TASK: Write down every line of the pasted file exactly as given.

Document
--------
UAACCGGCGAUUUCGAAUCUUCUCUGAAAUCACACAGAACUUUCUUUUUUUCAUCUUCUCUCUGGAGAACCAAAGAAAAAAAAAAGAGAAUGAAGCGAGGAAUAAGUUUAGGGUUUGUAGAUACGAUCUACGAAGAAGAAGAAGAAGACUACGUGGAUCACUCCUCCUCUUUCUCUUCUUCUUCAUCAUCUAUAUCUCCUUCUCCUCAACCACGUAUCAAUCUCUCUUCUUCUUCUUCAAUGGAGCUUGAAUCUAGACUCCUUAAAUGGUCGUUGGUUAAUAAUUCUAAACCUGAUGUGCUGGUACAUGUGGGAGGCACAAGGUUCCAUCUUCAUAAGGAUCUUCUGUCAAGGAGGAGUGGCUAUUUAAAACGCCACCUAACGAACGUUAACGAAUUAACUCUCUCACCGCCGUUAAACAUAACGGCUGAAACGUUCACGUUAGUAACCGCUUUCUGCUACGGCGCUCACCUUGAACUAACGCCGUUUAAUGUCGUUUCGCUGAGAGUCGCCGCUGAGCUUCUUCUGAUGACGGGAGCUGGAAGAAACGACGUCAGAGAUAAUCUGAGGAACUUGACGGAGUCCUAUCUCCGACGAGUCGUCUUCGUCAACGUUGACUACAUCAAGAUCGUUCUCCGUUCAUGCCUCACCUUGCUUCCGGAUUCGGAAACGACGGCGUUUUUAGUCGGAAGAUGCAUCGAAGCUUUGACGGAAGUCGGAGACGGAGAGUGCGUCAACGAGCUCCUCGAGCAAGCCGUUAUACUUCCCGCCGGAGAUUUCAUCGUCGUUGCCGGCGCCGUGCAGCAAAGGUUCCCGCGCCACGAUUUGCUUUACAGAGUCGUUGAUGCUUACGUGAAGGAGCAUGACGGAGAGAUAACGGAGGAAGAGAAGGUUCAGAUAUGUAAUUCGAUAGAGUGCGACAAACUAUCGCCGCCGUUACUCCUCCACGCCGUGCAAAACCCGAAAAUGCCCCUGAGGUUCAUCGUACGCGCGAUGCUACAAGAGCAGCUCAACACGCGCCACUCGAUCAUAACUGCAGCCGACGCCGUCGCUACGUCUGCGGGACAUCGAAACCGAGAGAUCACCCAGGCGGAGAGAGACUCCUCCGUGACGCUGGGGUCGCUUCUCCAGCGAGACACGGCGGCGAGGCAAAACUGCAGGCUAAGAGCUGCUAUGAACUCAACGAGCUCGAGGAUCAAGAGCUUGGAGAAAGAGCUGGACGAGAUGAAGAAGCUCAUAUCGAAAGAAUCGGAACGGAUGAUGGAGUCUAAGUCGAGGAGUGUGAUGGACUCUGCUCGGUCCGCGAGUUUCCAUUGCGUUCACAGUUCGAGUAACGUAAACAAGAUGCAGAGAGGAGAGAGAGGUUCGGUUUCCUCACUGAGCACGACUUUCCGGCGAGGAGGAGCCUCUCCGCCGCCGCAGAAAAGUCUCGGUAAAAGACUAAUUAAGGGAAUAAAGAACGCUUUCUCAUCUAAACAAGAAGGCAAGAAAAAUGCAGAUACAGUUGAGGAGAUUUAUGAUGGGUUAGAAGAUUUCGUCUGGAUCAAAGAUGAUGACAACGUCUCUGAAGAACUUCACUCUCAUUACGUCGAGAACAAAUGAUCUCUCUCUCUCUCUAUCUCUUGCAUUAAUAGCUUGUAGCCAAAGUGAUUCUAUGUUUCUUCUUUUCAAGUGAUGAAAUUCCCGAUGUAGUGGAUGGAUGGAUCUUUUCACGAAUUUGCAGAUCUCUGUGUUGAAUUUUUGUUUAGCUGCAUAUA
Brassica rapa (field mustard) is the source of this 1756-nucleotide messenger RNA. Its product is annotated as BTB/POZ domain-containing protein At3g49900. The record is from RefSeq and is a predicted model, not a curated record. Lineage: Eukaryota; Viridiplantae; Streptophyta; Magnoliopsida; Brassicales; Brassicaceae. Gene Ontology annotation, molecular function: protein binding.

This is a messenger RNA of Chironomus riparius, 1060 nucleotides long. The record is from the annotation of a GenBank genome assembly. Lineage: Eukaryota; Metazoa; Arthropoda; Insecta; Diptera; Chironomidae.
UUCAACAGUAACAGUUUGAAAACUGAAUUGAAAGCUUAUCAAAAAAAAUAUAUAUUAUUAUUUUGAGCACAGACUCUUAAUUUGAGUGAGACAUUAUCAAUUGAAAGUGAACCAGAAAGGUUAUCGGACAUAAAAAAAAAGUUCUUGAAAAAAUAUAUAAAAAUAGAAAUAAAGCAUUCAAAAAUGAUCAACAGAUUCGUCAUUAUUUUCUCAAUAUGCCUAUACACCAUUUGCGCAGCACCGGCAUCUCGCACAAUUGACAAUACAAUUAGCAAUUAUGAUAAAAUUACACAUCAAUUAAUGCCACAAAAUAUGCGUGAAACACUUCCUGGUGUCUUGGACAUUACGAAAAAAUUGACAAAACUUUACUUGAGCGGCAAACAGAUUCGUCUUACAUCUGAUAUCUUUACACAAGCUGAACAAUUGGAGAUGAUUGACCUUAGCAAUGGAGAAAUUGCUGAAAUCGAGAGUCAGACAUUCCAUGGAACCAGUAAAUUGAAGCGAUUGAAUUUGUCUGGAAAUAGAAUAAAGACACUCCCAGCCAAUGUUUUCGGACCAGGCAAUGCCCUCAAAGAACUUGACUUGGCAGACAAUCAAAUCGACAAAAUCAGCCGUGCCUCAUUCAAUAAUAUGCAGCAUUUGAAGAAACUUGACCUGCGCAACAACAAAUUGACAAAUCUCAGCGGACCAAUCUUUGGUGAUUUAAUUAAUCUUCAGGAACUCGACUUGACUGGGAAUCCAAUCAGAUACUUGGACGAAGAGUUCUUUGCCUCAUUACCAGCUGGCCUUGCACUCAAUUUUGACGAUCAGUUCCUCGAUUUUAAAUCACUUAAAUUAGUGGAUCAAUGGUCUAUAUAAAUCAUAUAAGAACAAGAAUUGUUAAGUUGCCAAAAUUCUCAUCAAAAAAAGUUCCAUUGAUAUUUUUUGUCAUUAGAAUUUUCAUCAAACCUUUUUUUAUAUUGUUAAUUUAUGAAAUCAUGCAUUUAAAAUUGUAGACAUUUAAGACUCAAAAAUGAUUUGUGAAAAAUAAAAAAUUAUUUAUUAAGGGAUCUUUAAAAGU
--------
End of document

UAACCGGCGAUUUCGAAUCUUCUCUGAAAUCACACAGAACUUUCUUUUUUUCAUCUUCUCUCUGGAGAACCAAAGAAAAAAAAAAGAGAAUGAAGCGAGGAAUAAGUUUAGGGUUUGUAGAUACGAUCUACGAAGAAGAAGAAGAAGACUACGUGGAUCACUCCUCCUCUUUCUCUUCUUCUUCAUCAUCUAUAUCUCCUUCUCCUCAACCACGUAUCAAUCUCUCUUCUUCUUCUUCAAUGGAGCUUGAAUCUAGACUCCUUAAAUGGUCGUUGGUUAAUAAUUCUAAACCUGAUGUGCUGGUACAUGUGGGAGGCACAAGGUUCCAUCUUCAUAAGGAUCUUCUGUCAAGGAGGAGUGGCUAUUUAAAACGCCACCUAACGAACGUUAACGAAUUAACUCUCUCACCGCCGUUAAACAUAACGGCUGAAACGUUCACGUUAGUAACCGCUUUCUGCUACGGCGCUCACCUUGAACUAACGCCGUUUAAUGUCGUUUCGCUGAGAGUCGCCGCUGAGCUUCUUCUGAUGACGGGAGCUGGAAGAAACGACGUCAGAGAUAAUCUGAGGAACUUGACGGAGUCCUAUCUCCGACGAGUCGUCUUCGUCAACGUUGACUACAUCAAGAUCGUUCUCCGUUCAUGCCUCACCUUGCUUCCGGAUUCGGAAACGACGGCGUUUUUAGUCGGAAGAUGCAUCGAAGCUUUGACGGAAGUCGGAGACGGAGAGUGCGUCAACGAGCUCCUCGAGCAAGCCGUUAUACUUCCCGCCGGAGAUUUCAUCGUCGUUGCCGGCGCCGUGCAGCAAAGGUUCCCGCGCCACGAUUUGCUUUACAGAGUCGUUGAUGCUUACGUGAAGGAGCAUGACGGAGAGAUAACGGAGGAAGAGAAGGUUCAGAUAUGUAAUUCGAUAGAGUGCGACAAACUAUCGCCGCCGUUACUCCUCCACGCCGUGCAAAACCCGAAAAUGCCCCUGAGGUUCAUCGUACGCGCGAUGCUACAAGAGCAGCUCAACACGCGCCACUCGAUCAUAACUGCAGCCGACGCCGUCGCUACGUCUGCGGGACAUCGAAACCGAGAGAUCACCCAGGCGGAGAGAGACUCCUCCGUGACGCUGGGGUCGCUUCUCCAGCGAGACACGGCGGCGAGGCAAAACUGCAGGCUAAGAGCUGCUAUGAACUCAACGAGCUCGAGGAUCAAGAGCUUGGAGAAAGAGCUGGACGAGAUGAAGAAGCUCAUAUCGAAAGAAUCGGAACGGAUGAUGGAGUCUAAGUCGAGGAGUGUGAUGGACUCUGCUCGGUCCGCGAGUUUCCAUUGCGUUCACAGUUCGAGUAACGUAAACAAGAUGCAGAGAGGAGAGAGAGGUUCGGUUUCCUCACUGAGCACGACUUUCCGGCGAGGAGGAGCCUCUCCGCCGCCGCAGAAAAGUCUCGGUAAAAGACUAAUUAAGGGAAUAAAGAACGCUUUCUCAUCUAAACAAGAAGGCAAGAAAAAUGCAGAUACAGUUGAGGAGAUUUAUGAUGGGUUAGAAGAUUUCGUCUGGAUCAAAGAUGAUGACAACGUCUCUGAAGAACUUCACUCUCAUUACGUCGAGAACAAAUGAUCUCUCUCUCUCUCUAUCUCUUGCAUUAAUAGCUUGUAGCCAAAGUGAUUCUAUGUUUCUUCUUUUCAAGUGAUGAAAUUCCCGAUGUAGUGGAUGGAUGGAUCUUUUCACGAAUUUGCAGAUCUCUGUGUUGAAUUUUUGUUUAGCUGCAUAUA
Brassica rapa (field mustard) is the source of this 1756-nucleotide messenger RNA. Its product is annotated as BTB/POZ domain-containing protein At3g49900. The record is from RefSeq and is a predicted model, not a curated record. Lineage: Eukaryota; Viridiplantae; Streptophyta; Magnoliopsida; Brassicales; Brassicaceae. Gene Ontology annotation, molecular function: protein binding.

This is a messenger RNA of Chironomus riparius, 1060 nucleotides long. The record is from the annotation of a GenBank genome assembly. Lineage: Eukaryota; Metazoa; Arthropoda; Insecta; Diptera; Chironomidae.
UUCAACAGUAACAGUUUGAAAACUGAAUUGAAAGCUUAUCAAAAAAAAUAUAUAUUAUUAUUUUGAGCACAGACUCUUAAUUUGAGUGAGACAUUAUCAAUUGAAAGUGAACCAGAAAGGUUAUCGGACAUAAAAAAAAAGUUCUUGAAAAAAUAUAUAAAAAUAGAAAUAAAGCAUUCAAAAAUGAUCAACAGAUUCGUCAUUAUUUUCUCAAUAUGCCUAUACACCAUUUGCGCAGCACCGGCAUCUCGCACAAUUGACAAUACAAUUAGCAAUUAUGAUAAAAUUACACAUCAAUUAAUGCCACAAAAUAUGCGUGAAACACUUCCUGGUGUCUUGGACAUUACGAAAAAAUUGACAAAACUUUACUUGAGCGGCAAACAGAUUCGUCUUACAUCUGAUAUCUUUACACAAGCUGAACAAUUGGAGAUGAUUGACCUUAGCAAUGGAGAAAUUGCUGAAAUCGAGAGUCAGACAUUCCAUGGAACCAGUAAAUUGAAGCGAUUGAAUUUGUCUGGAAAUAGAAUAAAGACACUCCCAGCCAAUGUUUUCGGACCAGGCAAUGCCCUCAAAGAACUUGACUUGGCAGACAAUCAAAUCGACAAAAUCAGCCGUGCCUCAUUCAAUAAUAUGCAGCAUUUGAAGAAACUUGACCUGCGCAACAACAAAUUGACAAAUCUCAGCGGACCAAUCUUUGGUGAUUUAAUUAAUCUUCAGGAACUCGACUUGACUGGGAAUCCAAUCAGAUACUUGGACGAAGAGUUCUUUGCCUCAUUACCAGCUGGCCUUGCACUCAAUUUUGACGAUCAGUUCCUCGAUUUUAAAUCACUUAAAUUAGUGGAUCAAUGGUCUAUAUAAAUCAUAUAAGAACAAGAAUUGUUAAGUUGCCAAAAUUCUCAUCAAAAAAAGUUCCAUUGAUAUUUUUUGUCAUUAGAAUUUUCAUCAAACCUUUUUUUAUAUUGUUAAUUUAUGAAAUCAUGCAUUUAAAAUUGUAGACAUUUAAGACUCAAAAAUGAUUUGUGAAAAAUAAAAAAUUAUUUAUUAAGGGAUCUUUAAAAGU